I’ve written about movie music a number of times, and not just about its importance to the audience’s enjoyment of the film but also about how a lot of it can also be appreciated as stand-alone music. A good example would be just about anything written by French composer Maurice Jarre, a multiple Oscar-winner who is probably best remembered for the soundtracks of films like Lawrence Of Arabia and Doctor Zhivago.
Jarre, who died in 2009 at age 84, began life in Lyon, France, as Maurice-Alexis Jarre, the son of a radio engineer. As a young man, he too studied engineering but eventually switched to music, attending the prestigious Paris Conservatoire. By the early 1950s he was beginning to find some success as the musical director of a national theater group and as a composer of music that soon grew to include film soundtracks.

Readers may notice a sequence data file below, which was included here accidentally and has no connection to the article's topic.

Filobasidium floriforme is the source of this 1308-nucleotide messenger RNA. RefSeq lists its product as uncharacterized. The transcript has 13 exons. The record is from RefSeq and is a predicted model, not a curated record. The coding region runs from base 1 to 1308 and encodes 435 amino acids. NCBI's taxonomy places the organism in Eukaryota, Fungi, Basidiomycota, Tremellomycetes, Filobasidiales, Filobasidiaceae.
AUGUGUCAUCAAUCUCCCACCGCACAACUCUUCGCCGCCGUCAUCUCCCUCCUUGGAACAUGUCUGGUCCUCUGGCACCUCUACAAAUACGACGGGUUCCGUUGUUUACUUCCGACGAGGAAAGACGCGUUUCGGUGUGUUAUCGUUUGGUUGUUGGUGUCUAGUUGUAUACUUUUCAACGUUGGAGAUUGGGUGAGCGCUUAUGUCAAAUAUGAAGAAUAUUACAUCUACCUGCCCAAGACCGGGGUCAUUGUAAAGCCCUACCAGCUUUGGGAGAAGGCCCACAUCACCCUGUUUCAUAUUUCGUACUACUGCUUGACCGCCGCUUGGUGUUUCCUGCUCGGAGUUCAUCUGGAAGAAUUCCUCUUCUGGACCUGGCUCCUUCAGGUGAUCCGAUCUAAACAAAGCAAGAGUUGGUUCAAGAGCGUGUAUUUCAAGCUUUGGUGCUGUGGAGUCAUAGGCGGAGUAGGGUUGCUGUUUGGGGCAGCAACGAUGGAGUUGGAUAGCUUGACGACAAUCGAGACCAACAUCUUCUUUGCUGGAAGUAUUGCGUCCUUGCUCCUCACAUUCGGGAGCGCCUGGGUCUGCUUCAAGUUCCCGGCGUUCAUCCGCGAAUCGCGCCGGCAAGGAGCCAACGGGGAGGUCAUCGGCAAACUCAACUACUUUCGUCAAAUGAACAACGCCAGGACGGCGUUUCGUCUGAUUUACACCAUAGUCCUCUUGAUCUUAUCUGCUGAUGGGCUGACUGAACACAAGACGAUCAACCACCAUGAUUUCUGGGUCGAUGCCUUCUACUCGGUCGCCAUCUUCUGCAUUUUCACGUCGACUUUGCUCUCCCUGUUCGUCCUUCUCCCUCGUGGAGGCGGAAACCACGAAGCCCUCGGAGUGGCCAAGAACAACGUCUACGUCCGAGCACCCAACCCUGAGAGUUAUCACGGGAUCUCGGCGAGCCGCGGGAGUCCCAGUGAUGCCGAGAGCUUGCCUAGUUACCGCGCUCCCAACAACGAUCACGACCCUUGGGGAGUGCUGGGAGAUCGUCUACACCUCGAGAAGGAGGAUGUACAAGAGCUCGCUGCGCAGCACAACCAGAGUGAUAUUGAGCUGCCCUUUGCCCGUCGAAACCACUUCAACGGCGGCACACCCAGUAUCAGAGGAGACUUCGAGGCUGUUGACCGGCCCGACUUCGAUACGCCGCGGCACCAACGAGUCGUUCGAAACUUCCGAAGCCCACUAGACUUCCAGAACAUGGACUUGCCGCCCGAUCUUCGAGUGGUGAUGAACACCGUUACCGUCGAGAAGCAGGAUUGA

It wasn’t long before his name began to show up on the international scene, and within a few years he’d earned the job of providing the music for David Lean’s upcoming masterpiece, Lawrence Of Arabia. The 1962 film would provide Jarre with the first of his many Academy Awards, and would begin what would be several decades of fame for the composer.
Although Jarre also composed (and often conducted) other orchestral works, it would be movie music that would bring him the most recognition. A list of the films that he composed for is too long for us here, but some of the best known are Doctor Zhivago, Is Paris Burning?, Grand Prix, Ryan’s Daughter, A Passage To India, Witness, Gorillas In The Mist, and Ghost.
In later years Jarre slowed down a little but he was still working on film music even in the new millennium, contributing to the music for I Dreamed Of Africa in 2000 and a TV movie a little later. Unfortunately, his health deteriorated after that, and he died in 2009.